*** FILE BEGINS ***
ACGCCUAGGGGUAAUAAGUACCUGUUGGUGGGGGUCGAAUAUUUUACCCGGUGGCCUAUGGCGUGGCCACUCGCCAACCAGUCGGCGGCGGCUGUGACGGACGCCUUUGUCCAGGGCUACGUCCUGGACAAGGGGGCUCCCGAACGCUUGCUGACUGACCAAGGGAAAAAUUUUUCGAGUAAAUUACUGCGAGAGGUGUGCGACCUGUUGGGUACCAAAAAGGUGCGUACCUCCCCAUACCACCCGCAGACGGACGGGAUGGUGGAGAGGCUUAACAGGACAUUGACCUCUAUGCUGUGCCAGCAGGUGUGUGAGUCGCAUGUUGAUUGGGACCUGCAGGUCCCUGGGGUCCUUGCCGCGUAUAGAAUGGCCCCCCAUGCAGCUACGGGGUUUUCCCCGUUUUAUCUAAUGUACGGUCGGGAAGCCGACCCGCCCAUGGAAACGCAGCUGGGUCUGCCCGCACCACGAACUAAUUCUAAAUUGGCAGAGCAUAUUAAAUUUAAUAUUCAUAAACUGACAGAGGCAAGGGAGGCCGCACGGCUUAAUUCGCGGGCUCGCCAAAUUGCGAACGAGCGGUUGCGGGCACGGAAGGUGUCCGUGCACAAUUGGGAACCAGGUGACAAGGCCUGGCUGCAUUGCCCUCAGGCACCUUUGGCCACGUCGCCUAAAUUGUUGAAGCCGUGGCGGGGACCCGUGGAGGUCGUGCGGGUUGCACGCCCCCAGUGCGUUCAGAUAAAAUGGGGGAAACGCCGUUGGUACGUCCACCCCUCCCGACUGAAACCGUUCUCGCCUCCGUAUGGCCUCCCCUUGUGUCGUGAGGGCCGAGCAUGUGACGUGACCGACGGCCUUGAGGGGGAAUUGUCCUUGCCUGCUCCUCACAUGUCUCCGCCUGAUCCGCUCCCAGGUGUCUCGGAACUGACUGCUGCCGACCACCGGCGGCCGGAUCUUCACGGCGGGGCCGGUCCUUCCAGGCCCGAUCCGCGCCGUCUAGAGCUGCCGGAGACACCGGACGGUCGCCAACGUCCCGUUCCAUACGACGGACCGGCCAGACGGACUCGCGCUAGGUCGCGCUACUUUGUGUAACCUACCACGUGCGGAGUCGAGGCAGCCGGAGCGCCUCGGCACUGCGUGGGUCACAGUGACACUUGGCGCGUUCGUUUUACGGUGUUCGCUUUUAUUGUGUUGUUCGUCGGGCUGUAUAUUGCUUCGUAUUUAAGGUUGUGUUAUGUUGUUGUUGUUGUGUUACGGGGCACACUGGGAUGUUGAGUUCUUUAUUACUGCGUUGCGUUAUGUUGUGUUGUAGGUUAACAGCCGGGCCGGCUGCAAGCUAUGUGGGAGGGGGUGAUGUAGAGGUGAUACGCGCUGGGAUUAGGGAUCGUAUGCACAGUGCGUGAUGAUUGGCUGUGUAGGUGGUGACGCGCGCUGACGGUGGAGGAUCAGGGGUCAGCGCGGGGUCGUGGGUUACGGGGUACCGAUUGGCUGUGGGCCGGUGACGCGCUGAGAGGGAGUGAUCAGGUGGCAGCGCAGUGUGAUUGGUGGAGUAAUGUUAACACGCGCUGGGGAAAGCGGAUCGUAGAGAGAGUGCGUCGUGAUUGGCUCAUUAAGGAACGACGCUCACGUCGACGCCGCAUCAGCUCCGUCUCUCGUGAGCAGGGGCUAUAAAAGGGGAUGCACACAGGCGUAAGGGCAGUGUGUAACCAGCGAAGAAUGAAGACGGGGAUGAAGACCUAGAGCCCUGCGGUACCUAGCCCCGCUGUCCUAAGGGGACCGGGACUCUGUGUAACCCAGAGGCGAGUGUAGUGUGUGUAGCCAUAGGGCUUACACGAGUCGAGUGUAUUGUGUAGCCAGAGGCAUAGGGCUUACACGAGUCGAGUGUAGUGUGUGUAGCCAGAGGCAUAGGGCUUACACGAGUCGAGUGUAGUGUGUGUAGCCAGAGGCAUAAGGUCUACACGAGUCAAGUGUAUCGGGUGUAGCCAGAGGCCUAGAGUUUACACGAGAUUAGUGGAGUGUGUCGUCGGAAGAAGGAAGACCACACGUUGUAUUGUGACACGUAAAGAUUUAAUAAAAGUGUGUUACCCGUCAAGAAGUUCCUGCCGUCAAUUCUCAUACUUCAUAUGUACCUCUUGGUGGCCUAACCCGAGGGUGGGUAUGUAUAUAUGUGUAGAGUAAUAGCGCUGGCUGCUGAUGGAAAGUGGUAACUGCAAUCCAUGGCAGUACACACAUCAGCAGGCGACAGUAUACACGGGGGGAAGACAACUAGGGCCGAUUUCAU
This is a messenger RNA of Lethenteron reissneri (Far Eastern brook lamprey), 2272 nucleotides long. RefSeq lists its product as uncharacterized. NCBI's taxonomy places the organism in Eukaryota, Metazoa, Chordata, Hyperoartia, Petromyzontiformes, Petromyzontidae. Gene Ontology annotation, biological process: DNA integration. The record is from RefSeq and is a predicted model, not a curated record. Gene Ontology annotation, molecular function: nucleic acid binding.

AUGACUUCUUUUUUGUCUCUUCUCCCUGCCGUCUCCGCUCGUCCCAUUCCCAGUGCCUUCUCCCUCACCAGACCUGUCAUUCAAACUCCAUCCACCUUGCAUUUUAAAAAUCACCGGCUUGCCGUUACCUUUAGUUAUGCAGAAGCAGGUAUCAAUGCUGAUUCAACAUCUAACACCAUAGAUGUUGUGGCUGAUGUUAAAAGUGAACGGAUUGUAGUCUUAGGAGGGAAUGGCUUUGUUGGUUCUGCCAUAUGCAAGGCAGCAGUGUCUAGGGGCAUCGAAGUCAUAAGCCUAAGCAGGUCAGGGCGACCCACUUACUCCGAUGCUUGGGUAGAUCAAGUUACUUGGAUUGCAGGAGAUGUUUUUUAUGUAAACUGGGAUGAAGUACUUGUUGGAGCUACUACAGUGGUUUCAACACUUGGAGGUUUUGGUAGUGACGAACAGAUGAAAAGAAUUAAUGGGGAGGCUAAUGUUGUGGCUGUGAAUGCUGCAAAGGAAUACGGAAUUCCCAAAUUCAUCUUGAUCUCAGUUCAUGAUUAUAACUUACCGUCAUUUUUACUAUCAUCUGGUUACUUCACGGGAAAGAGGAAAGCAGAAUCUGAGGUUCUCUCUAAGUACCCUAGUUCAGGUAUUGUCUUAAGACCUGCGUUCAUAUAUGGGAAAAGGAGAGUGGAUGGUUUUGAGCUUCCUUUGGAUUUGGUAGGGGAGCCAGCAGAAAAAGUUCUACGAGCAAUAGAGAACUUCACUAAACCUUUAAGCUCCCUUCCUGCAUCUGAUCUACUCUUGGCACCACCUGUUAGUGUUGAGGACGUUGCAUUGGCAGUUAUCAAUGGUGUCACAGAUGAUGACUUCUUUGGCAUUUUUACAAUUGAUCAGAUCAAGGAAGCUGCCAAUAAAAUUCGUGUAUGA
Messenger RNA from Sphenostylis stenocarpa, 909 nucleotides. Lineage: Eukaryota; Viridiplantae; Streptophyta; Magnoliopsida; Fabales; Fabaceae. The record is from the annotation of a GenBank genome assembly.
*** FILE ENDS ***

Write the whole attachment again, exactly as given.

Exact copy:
ACGCCUAGGGGUAAUAAGUACCUGUUGGUGGGGGUCGAAUAUUUUACCCGGUGGCCUAUGGCGUGGCCACUCGCCAACCAGUCGGCGGCGGCUGUGACGGACGCCUUUGUCCAGGGCUACGUCCUGGACAAGGGGGCUCCCGAACGCUUGCUGACUGACCAAGGGAAAAAUUUUUCGAGUAAAUUACUGCGAGAGGUGUGCGACCUGUUGGGUACCAAAAAGGUGCGUACCUCCCCAUACCACCCGCAGACGGACGGGAUGGUGGAGAGGCUUAACAGGACAUUGACCUCUAUGCUGUGCCAGCAGGUGUGUGAGUCGCAUGUUGAUUGGGACCUGCAGGUCCCUGGGGUCCUUGCCGCGUAUAGAAUGGCCCCCCAUGCAGCUACGGGGUUUUCCCCGUUUUAUCUAAUGUACGGUCGGGAAGCCGACCCGCCCAUGGAAACGCAGCUGGGUCUGCCCGCACCACGAACUAAUUCUAAAUUGGCAGAGCAUAUUAAAUUUAAUAUUCAUAAACUGACAGAGGCAAGGGAGGCCGCACGGCUUAAUUCGCGGGCUCGCCAAAUUGCGAACGAGCGGUUGCGGGCACGGAAGGUGUCCGUGCACAAUUGGGAACCAGGUGACAAGGCCUGGCUGCAUUGCCCUCAGGCACCUUUGGCCACGUCGCCUAAAUUGUUGAAGCCGUGGCGGGGACCCGUGGAGGUCGUGCGGGUUGCACGCCCCCAGUGCGUUCAGAUAAAAUGGGGGAAACGCCGUUGGUACGUCCACCCCUCCCGACUGAAACCGUUCUCGCCUCCGUAUGGCCUCCCCUUGUGUCGUGAGGGCCGAGCAUGUGACGUGACCGACGGCCUUGAGGGGGAAUUGUCCUUGCCUGCUCCUCACAUGUCUCCGCCUGAUCCGCUCCCAGGUGUCUCGGAACUGACUGCUGCCGACCACCGGCGGCCGGAUCUUCACGGCGGGGCCGGUCCUUCCAGGCCCGAUCCGCGCCGUCUAGAGCUGCCGGAGACACCGGACGGUCGCCAACGUCCCGUUCCAUACGACGGACCGGCCAGACGGACUCGCGCUAGGUCGCGCUACUUUGUGUAACCUACCACGUGCGGAGUCGAGGCAGCCGGAGCGCCUCGGCACUGCGUGGGUCACAGUGACACUUGGCGCGUUCGUUUUACGGUGUUCGCUUUUAUUGUGUUGUUCGUCGGGCUGUAUAUUGCUUCGUAUUUAAGGUUGUGUUAUGUUGUUGUUGUUGUGUUACGGGGCACACUGGGAUGUUGAGUUCUUUAUUACUGCGUUGCGUUAUGUUGUGUUGUAGGUUAACAGCCGGGCCGGCUGCAAGCUAUGUGGGAGGGGGUGAUGUAGAGGUGAUACGCGCUGGGAUUAGGGAUCGUAUGCACAGUGCGUGAUGAUUGGCUGUGUAGGUGGUGACGCGCGCUGACGGUGGAGGAUCAGGGGUCAGCGCGGGGUCGUGGGUUACGGGGUACCGAUUGGCUGUGGGCCGGUGACGCGCUGAGAGGGAGUGAUCAGGUGGCAGCGCAGUGUGAUUGGUGGAGUAAUGUUAACACGCGCUGGGGAAAGCGGAUCGUAGAGAGAGUGCGUCGUGAUUGGCUCAUUAAGGAACGACGCUCACGUCGACGCCGCAUCAGCUCCGUCUCUCGUGAGCAGGGGCUAUAAAAGGGGAUGCACACAGGCGUAAGGGCAGUGUGUAACCAGCGAAGAAUGAAGACGGGGAUGAAGACCUAGAGCCCUGCGGUACCUAGCCCCGCUGUCCUAAGGGGACCGGGACUCUGUGUAACCCAGAGGCGAGUGUAGUGUGUGUAGCCAUAGGGCUUACACGAGUCGAGUGUAUUGUGUAGCCAGAGGCAUAGGGCUUACACGAGUCGAGUGUAGUGUGUGUAGCCAGAGGCAUAGGGCUUACACGAGUCGAGUGUAGUGUGUGUAGCCAGAGGCAUAAGGUCUACACGAGUCAAGUGUAUCGGGUGUAGCCAGAGGCCUAGAGUUUACACGAGAUUAGUGGAGUGUGUCGUCGGAAGAAGGAAGACCACACGUUGUAUUGUGACACGUAAAGAUUUAAUAAAAGUGUGUUACCCGUCAAGAAGUUCCUGCCGUCAAUUCUCAUACUUCAUAUGUACCUCUUGGUGGCCUAACCCGAGGGUGGGUAUGUAUAUAUGUGUAGAGUAAUAGCGCUGGCUGCUGAUGGAAAGUGGUAACUGCAAUCCAUGGCAGUACACACAUCAGCAGGCGACAGUAUACACGGGGGGAAGACAACUAGGGCCGAUUUCAU
This is a messenger RNA of Lethenteron reissneri (Far Eastern brook lamprey), 2272 nucleotides long. RefSeq lists its product as uncharacterized. NCBI's taxonomy places the organism in Eukaryota, Metazoa, Chordata, Hyperoartia, Petromyzontiformes, Petromyzontidae. Gene Ontology annotation, biological process: DNA integration. The record is from RefSeq and is a predicted model, not a curated record. Gene Ontology annotation, molecular function: nucleic acid binding.

AUGACUUCUUUUUUGUCUCUUCUCCCUGCCGUCUCCGCUCGUCCCAUUCCCAGUGCCUUCUCCCUCACCAGACCUGUCAUUCAAACUCCAUCCACCUUGCAUUUUAAAAAUCACCGGCUUGCCGUUACCUUUAGUUAUGCAGAAGCAGGUAUCAAUGCUGAUUCAACAUCUAACACCAUAGAUGUUGUGGCUGAUGUUAAAAGUGAACGGAUUGUAGUCUUAGGAGGGAAUGGCUUUGUUGGUUCUGCCAUAUGCAAGGCAGCAGUGUCUAGGGGCAUCGAAGUCAUAAGCCUAAGCAGGUCAGGGCGACCCACUUACUCCGAUGCUUGGGUAGAUCAAGUUACUUGGAUUGCAGGAGAUGUUUUUUAUGUAAACUGGGAUGAAGUACUUGUUGGAGCUACUACAGUGGUUUCAACACUUGGAGGUUUUGGUAGUGACGAACAGAUGAAAAGAAUUAAUGGGGAGGCUAAUGUUGUGGCUGUGAAUGCUGCAAAGGAAUACGGAAUUCCCAAAUUCAUCUUGAUCUCAGUUCAUGAUUAUAACUUACCGUCAUUUUUACUAUCAUCUGGUUACUUCACGGGAAAGAGGAAAGCAGAAUCUGAGGUUCUCUCUAAGUACCCUAGUUCAGGUAUUGUCUUAAGACCUGCGUUCAUAUAUGGGAAAAGGAGAGUGGAUGGUUUUGAGCUUCCUUUGGAUUUGGUAGGGGAGCCAGCAGAAAAAGUUCUACGAGCAAUAGAGAACUUCACUAAACCUUUAAGCUCCCUUCCUGCAUCUGAUCUACUCUUGGCACCACCUGUUAGUGUUGAGGACGUUGCAUUGGCAGUUAUCAAUGGUGUCACAGAUGAUGACUUCUUUGGCAUUUUUACAAUUGAUCAGAUCAAGGAAGCUGCCAAUAAAAUUCGUGUAUGA
Messenger RNA from Sphenostylis stenocarpa, 909 nucleotides. Lineage: Eukaryota; Viridiplantae; Streptophyta; Magnoliopsida; Fabales; Fabaceae. The record is from the annotation of a GenBank genome assembly.